Vice-President and Head Coach
"Lou Saban was on hand when the American Football League launched its bold new experiment on July 30, 1960, with a preseason game with the Boston Patriots, Saban's team then, and the Buffalo Bills, his team now.
Playing in Buffalo, where he has since achieved spectacular success in two different tours as head coach of the Bills, Saban directed the visiting Patriots to a 28-7 victory that got the AFL off and running.
That first game is only one of the many milestones Saban has marked in his 15 seasons of professional coaching. Others include:
-the AFL's first regular season game (9/9/60)- Denver 13,Boston 10;
-the AFL's first divisional playoff game (12/28/63)- Boston 26, Buffalo 8;
-the first AFL-NFL preseason game (8/5/67)- Denver 13, Detroit 7;
-the last game to be played in New York's Polo Grounds (12/8/63)- Buffalo 19, New York Jets 10.
It was also Saban who produced the AFL's first 1,000-yard rusher, fullback Cookie Gilchrist (1,098 yards) in 1962. He has since developed two more- Floyd Little at Denver and O.J. Simpson. Saban's 1973 Bills set a standard for rushing excellence unmatched in NFL annals when, triggered by Simpson's record 2,003-yard year, they became the first team in history to gain more than 3,000 yards on the ground.
In the three seasons since his return to Buffalo, Saban has restored the Bills to the stature they enjoyed with back-to-back AFL titles in the mid-1960s. The Bills' 9-5 record of a year ago put them in the playoffs for the first time since 1966.
Lou's personal mark in seven seasons as skipper of the Bills is 58-36-4, a winning percentage of almost 60%. Only one of his clubs finished with less than a winning season, and his 1964 AFL champions reeled off 12 triumphs, still the Bills' best effort ever.
Born in on October 13, 1921 in Brookfield, Illinois, Saban was a single-wing quarterback at the University of Indiana under Bo McMillan. Captain of the Hoosiers, he was the team's MVP in 1942. His collegiate playing career was cut short by World War II. Saban served in the Army for four years, much of it as a Chinese language interpreter in the China-Burma theatre.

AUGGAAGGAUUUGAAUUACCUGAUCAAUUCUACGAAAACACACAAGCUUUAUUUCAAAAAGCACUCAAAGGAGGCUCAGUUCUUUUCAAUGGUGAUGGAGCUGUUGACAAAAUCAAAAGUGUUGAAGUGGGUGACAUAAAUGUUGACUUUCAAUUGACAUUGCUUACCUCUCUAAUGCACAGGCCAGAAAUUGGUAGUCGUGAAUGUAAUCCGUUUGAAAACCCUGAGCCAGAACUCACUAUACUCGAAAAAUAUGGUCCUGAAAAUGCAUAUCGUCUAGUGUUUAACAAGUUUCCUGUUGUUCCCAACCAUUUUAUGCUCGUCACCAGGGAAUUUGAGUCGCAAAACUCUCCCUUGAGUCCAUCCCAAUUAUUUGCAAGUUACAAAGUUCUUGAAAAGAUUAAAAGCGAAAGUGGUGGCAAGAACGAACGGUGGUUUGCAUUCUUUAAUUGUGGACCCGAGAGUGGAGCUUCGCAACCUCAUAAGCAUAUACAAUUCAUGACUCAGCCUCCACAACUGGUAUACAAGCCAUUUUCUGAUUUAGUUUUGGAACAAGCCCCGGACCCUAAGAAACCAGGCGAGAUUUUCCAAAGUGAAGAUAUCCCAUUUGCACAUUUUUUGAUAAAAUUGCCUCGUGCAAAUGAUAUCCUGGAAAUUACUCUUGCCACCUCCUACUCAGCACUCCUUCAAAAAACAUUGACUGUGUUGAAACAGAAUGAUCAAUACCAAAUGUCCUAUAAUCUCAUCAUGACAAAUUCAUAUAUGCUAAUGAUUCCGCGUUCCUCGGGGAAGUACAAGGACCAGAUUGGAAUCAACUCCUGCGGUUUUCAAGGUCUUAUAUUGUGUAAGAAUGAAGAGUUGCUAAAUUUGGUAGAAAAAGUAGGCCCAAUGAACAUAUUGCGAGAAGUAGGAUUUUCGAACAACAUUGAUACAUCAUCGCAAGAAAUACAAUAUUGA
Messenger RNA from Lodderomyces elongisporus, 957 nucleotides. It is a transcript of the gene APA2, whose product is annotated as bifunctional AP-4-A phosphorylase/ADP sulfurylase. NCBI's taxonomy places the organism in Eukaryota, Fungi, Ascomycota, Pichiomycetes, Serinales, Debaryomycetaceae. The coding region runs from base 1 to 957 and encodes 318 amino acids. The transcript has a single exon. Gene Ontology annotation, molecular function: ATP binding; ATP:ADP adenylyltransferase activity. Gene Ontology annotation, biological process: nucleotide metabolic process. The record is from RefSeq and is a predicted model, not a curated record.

Returning from service, Saban caught on as a free agent with the fledgling Cleveland Browns of the infant All-America Football Conference. He played linebacker for Paul Brown's powerhouse teams of the late '40s, appearing in four consecutive Conference championship games and earning a berth on league all-star teams in both 1948 and 1949.
Captain of the Browns' undefeated (14-0) 1948 squad, Saban intercepted 13 passes in his four-year playing career. In addition to linebacker, he was also Otto Graham's backup at quarterback although, 'thankfully,' as Lou puts it, 'Otto was able to play most of the time.' Injuries to both shoulders forced Saban to retire following the 1949 season.
First stop on a coaching career that now spans 25 years was Case Institute in Cleveland, where Saban directed the football program for three seasons (1950-52). He moved to the University of Washington as an assistant in 1953 and to Northwestern in the same capacity a year later. Named head coach of the Wildcats in 1955, Saban left Evanston after one season and spent the next year in private business.
Western Illinois University beckoned in 1957 and Saban accepted the assignment of rebuilding the Leathernecks' football fortunes. He did it in dramatic fashion, taking Western from a 5-4 record in his rookie season to an unbeaten 9-0 mark in 1959.
His success at Western Illinois attracted the attention of the Boston Patriots, who selected Saban as the first coach of the new American Football League club. The Patriots won five games in their initial season and were 2-3 after five weeks of the 1961 campaign when Saban was replaced by Mike Holovak.
Ralph Wilson promptly hired Lou as the Bills' Director of Player Personnel, and a year later (1962) gave him the Buffalo coaching job. The move paid off with AFL titles in 1964 and 1965, back-to-back AFL Coach of the Year citations for Saban, and a flood of Buffalo victories.
A yearn to return to college coaching took Saban to Maryland in 1966, but a year later he was back in professional football as general manager-head coach of the Denver Broncos. The Broncos' stock rose steadily on the field and off under Saban's imaginative leadership. His effort was instrumental in a $1.8 million stadium renovation and his judgement of player personnel laid the foundation for the Broncos' recent successes.
Saban's triumphant return to Buffalo quickened the pulses of victory-hungry Bills fans. 'The Buffalo Bills,' one writer put it, 'are pinning their hopes on the second coming of their very own messiah.'"
-Buffalo Bills 1975 Yearbook